Recently, the ruby slippers that Judy Garland wore in “The Wizard of Oz” sold for 2.5 million dollars.
The factor that made them so desirable? Slight scuffs were seen on the bottom where she clicked her heels together and said, “There’s no place like home; There’s no place like home; There’s no place like home.”
Any movie that addresses the concept of “going home” imprints itself on society. Why? Because “home” is a place where we are connected to the people around us. Home is where we feel we belong. It’s where our heart is plugged in and we feel valued.
Heart is the great connector. I remember watching grown men sob in a theater when E.T. touched his glowing chest and said, “Hooooome.” This was a fake alien, in a fictional movie, yet that gesture and word struck a chord with every person sitting there. The sobbing was so loud I couldn’t hear the movie, and that was just MY sobbing.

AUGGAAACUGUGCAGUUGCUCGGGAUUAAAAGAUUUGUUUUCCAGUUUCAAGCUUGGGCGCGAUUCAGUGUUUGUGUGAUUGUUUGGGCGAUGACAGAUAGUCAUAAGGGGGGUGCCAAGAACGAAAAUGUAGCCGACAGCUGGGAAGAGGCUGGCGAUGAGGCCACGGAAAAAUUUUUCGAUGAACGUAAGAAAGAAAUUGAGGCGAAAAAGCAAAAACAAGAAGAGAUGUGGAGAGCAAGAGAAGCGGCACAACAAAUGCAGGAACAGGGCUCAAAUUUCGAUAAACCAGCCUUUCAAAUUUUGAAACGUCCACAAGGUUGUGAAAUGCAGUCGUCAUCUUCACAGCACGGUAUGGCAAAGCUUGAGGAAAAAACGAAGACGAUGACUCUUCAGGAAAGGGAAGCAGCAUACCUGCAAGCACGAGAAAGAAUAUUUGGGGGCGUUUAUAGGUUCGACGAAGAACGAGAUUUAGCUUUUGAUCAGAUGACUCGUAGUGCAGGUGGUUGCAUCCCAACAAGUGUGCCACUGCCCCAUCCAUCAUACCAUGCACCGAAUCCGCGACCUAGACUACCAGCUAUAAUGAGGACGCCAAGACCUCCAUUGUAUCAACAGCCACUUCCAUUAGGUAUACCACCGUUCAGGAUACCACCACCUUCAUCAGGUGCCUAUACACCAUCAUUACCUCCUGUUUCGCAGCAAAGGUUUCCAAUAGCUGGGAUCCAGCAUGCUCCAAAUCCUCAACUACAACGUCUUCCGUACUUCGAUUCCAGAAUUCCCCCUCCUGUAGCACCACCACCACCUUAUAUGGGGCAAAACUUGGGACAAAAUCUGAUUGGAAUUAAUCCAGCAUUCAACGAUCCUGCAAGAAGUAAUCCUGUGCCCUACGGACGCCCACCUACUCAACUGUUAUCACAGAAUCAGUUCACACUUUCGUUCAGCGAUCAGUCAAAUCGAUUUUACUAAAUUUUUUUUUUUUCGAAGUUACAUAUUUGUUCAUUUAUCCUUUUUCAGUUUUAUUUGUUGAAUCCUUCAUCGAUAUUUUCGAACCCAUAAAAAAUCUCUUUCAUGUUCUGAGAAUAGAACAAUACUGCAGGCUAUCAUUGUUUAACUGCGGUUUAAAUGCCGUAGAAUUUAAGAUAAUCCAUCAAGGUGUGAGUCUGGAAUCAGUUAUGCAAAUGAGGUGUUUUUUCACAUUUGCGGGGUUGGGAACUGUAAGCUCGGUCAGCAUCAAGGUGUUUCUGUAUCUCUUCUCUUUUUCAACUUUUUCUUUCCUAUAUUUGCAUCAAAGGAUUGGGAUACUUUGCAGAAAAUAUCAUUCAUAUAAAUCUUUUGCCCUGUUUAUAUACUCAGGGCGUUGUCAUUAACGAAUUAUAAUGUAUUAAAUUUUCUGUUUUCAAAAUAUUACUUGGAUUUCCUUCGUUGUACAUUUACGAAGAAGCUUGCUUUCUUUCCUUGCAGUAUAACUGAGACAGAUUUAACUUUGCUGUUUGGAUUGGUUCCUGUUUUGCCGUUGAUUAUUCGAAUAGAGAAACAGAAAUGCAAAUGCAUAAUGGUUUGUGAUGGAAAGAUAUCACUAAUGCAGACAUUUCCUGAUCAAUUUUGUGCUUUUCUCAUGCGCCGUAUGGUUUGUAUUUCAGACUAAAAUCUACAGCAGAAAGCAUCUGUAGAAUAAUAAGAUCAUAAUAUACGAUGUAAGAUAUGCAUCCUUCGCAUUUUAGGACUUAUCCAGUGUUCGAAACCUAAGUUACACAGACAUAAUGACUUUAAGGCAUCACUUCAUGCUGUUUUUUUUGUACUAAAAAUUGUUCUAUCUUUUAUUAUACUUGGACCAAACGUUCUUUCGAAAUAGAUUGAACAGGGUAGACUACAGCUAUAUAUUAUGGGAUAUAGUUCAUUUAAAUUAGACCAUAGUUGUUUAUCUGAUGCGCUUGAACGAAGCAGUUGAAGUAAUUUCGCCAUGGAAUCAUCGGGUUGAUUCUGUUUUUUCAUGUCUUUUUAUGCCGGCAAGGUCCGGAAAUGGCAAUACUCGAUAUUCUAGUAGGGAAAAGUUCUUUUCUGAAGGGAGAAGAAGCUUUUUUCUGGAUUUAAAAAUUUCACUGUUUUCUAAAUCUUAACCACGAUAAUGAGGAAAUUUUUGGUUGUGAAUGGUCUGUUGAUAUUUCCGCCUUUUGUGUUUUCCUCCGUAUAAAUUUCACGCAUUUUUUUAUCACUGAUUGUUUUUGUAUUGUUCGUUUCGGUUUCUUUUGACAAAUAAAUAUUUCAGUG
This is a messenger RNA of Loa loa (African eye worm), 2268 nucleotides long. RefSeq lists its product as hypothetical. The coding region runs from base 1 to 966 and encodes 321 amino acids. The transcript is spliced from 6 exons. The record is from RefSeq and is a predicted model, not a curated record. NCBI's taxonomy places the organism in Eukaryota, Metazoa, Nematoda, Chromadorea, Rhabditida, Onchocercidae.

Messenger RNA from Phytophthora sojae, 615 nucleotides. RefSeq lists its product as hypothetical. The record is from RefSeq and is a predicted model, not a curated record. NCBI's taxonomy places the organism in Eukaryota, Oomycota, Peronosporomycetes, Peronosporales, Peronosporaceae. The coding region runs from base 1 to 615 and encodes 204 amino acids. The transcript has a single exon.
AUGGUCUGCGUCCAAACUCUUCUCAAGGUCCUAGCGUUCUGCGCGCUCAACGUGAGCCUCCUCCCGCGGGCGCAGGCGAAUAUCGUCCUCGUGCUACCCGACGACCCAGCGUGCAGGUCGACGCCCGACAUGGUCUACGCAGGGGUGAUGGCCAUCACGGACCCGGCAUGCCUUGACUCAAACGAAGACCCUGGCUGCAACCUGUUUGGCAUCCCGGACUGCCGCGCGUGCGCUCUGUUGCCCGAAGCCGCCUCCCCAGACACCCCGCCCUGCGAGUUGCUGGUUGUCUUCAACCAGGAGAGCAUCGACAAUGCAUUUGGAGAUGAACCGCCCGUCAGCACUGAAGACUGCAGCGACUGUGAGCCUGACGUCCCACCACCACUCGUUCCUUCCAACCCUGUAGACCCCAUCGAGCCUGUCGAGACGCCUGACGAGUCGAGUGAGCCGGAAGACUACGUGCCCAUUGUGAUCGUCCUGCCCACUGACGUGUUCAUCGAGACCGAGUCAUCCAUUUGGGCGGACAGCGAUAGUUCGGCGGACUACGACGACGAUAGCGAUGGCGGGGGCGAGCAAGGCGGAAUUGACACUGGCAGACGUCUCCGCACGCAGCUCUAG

No, I don’t expect companies to be like “home” in the classic sense. But leaders should make sure their team is connected in a way that fuels both the heart and the head.
If you want to lead a dynamic team, you have to connect them by creating a place where performance is rewarded and people are given credit for what they’ve contributed. You have to praise when it’s earned and encourage improvement when someone fails. No single person is going to be dominant in a market for long. They are only as good, and as inspired, as the team they are on.
Team togetherness matters to any change initiative. Because all of us tap our ruby slippers together at some point during the week. Because all of us want a place where we feel we contribute and belong. Because if the heart stops beating, the company dies a slow and painful death.
A team I worked with at Radford University actually bought a “faux” pair of ruby slippers and put them at the front desk so that everybody could remember that, through every day of difficult change, there’s no place like team.